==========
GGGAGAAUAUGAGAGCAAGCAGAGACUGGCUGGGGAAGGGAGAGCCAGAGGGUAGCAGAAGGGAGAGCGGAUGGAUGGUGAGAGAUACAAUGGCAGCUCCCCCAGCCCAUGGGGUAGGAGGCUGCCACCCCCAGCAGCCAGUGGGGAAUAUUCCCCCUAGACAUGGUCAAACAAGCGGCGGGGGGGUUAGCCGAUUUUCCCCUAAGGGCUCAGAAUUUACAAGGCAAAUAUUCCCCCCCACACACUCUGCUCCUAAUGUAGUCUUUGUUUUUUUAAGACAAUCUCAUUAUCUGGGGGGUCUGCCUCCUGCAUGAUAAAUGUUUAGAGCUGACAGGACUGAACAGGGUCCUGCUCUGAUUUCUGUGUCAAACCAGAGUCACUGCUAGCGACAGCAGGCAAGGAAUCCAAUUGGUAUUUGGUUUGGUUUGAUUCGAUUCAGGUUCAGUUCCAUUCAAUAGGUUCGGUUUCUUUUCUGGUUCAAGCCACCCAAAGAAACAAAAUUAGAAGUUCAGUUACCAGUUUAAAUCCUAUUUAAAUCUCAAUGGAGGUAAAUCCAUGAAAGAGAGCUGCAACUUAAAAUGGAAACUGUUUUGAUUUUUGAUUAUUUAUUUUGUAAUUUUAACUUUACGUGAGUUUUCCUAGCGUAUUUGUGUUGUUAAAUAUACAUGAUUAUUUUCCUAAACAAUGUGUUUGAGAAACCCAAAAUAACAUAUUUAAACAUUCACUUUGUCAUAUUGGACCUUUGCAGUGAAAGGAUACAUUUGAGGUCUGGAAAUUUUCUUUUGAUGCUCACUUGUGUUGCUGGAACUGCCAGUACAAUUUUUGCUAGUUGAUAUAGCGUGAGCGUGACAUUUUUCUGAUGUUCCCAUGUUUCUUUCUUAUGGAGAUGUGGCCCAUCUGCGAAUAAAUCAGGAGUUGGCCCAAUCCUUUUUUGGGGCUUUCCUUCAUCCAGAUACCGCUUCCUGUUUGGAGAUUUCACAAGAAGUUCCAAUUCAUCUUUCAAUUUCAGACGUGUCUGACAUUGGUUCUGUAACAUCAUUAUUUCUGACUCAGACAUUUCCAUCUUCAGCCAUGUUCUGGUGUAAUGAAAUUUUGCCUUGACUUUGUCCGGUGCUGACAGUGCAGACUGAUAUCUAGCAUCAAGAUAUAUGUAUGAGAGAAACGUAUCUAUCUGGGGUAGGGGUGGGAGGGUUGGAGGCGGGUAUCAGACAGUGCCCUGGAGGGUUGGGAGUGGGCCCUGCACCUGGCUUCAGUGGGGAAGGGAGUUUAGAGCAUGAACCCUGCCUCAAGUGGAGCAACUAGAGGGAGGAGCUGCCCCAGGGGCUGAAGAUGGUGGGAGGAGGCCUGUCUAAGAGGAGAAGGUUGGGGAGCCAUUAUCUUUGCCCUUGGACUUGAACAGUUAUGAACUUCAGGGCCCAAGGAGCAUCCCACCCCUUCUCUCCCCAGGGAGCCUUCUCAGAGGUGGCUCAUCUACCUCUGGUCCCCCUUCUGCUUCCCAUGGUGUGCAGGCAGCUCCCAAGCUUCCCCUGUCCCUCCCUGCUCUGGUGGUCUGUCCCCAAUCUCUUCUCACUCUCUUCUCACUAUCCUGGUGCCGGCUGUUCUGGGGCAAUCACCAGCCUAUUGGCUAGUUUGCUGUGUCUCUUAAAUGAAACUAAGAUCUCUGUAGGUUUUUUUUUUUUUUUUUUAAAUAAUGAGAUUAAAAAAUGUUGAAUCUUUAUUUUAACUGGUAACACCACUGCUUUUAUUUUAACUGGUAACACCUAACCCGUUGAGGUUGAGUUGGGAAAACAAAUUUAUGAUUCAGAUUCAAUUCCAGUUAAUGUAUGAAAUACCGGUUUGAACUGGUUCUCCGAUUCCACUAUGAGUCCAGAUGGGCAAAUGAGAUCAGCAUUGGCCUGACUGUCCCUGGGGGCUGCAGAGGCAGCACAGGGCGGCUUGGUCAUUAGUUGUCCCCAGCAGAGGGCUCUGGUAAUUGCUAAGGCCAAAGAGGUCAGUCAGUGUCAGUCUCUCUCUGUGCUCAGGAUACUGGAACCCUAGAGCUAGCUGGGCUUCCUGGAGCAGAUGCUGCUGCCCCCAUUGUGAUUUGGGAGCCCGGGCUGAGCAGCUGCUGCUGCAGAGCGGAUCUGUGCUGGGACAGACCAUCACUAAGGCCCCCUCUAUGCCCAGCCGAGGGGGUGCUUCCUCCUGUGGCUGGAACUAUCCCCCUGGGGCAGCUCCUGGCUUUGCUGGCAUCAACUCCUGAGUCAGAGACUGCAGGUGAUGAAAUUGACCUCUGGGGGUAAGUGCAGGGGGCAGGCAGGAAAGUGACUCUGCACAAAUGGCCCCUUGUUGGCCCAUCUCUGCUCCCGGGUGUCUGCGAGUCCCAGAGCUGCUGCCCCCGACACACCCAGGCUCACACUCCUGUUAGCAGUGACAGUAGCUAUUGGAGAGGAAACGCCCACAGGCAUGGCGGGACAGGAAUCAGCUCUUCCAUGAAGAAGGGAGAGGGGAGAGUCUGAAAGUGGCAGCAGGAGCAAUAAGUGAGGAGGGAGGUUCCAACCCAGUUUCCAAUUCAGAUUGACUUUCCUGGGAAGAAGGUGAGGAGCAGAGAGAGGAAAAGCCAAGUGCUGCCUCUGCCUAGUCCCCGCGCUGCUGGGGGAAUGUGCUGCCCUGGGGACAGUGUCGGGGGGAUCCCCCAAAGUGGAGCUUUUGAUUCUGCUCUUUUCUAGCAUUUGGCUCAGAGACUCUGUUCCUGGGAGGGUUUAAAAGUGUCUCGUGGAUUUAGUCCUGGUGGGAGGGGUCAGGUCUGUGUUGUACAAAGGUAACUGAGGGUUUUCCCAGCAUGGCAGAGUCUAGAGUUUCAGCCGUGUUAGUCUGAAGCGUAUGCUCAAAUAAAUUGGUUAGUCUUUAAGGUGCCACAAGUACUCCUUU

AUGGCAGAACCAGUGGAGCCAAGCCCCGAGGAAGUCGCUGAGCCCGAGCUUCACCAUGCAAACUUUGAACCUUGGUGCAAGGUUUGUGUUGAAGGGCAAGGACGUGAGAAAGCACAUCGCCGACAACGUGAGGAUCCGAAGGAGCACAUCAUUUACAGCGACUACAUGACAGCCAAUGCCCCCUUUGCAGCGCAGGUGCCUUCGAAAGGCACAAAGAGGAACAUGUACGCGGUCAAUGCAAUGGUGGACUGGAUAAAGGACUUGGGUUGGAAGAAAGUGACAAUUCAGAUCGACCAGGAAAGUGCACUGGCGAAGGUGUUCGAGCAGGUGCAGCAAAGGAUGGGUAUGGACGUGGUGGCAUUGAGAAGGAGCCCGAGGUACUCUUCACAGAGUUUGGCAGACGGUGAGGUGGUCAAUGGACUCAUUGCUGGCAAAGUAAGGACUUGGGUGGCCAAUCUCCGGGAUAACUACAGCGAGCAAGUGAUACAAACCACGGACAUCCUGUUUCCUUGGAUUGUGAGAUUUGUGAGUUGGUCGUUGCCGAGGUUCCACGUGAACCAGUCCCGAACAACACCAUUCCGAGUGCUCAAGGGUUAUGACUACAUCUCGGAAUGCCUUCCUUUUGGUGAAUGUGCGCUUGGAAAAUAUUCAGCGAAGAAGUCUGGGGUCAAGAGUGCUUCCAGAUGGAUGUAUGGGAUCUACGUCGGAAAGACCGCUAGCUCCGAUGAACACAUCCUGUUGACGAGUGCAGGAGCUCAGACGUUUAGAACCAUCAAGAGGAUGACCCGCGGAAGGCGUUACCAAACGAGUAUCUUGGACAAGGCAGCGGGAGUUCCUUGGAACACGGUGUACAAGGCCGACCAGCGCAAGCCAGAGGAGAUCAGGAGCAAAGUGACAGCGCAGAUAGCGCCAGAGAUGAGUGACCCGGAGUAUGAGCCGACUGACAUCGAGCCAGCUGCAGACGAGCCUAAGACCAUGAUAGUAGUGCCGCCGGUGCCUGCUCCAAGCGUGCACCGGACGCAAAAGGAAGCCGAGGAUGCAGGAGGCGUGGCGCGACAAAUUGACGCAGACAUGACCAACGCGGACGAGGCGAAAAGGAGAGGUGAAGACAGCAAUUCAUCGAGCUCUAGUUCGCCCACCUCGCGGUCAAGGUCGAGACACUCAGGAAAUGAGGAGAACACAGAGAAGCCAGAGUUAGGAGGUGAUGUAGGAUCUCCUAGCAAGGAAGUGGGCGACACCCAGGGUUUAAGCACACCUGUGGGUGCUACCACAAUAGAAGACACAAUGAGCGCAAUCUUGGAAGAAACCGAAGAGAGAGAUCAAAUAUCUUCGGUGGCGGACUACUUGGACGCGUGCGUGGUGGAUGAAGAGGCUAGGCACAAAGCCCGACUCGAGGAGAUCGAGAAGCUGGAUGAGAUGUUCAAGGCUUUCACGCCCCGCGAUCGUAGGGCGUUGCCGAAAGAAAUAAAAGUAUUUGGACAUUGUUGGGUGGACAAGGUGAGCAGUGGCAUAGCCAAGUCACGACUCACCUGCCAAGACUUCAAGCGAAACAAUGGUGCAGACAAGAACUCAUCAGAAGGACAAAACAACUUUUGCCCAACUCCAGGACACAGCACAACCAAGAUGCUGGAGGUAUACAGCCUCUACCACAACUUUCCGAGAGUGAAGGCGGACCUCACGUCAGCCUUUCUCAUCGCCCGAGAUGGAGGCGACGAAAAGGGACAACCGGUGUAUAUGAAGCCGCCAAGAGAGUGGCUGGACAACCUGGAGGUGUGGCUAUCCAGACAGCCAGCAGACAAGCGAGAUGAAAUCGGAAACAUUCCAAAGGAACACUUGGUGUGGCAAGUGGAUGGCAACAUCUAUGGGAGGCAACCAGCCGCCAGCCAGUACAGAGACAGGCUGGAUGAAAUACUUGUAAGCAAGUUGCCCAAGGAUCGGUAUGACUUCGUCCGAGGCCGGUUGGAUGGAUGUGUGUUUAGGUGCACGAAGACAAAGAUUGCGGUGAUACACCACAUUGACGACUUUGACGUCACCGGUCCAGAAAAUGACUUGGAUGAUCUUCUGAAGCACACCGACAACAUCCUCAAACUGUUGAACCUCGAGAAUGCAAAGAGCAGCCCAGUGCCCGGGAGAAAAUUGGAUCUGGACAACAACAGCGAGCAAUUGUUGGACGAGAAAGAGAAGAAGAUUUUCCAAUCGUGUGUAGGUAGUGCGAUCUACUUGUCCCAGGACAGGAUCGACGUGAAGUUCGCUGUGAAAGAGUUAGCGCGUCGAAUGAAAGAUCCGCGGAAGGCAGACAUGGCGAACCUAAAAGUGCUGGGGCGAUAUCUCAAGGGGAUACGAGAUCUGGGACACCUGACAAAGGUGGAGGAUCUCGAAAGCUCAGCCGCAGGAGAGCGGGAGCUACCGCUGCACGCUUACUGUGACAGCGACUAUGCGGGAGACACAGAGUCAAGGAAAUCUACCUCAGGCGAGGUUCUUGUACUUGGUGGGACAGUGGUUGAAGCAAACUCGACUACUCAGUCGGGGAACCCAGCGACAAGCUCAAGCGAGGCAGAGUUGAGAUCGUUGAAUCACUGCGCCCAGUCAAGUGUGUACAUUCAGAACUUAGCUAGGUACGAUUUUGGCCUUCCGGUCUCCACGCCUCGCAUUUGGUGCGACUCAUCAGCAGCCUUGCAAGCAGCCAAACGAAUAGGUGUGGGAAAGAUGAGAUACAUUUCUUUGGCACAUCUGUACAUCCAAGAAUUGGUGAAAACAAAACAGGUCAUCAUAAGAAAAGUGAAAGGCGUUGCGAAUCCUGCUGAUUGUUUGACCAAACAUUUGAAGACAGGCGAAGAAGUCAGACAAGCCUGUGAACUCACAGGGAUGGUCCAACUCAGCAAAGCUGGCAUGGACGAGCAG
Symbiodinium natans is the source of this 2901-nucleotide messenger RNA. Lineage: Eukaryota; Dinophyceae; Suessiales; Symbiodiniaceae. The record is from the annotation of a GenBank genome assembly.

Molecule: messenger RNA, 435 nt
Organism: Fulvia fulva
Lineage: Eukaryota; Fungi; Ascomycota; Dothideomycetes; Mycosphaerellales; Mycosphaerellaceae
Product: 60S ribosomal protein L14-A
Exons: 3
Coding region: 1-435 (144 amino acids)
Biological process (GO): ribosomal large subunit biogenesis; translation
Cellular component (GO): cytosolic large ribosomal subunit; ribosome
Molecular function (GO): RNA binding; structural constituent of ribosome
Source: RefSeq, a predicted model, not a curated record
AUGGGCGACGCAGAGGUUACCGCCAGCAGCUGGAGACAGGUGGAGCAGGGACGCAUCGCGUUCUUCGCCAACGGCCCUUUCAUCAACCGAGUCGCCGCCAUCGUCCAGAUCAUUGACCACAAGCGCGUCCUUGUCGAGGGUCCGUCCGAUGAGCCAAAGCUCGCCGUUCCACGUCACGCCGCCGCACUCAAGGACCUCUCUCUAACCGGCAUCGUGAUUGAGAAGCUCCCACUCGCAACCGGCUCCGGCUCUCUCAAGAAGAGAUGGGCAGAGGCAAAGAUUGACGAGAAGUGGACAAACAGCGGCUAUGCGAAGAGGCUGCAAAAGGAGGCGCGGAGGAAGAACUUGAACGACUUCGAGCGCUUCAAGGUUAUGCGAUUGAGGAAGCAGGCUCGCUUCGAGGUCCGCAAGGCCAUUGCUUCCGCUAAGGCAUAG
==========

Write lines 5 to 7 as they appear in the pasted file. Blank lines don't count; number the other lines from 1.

Organism: Fulvia fulva
Lineage: Eukaryota; Fungi; Ascomycota; Dothideomycetes; Mycosphaerellales; Mycosphaerellaceae
Product: 60S ribosomal protein L14-A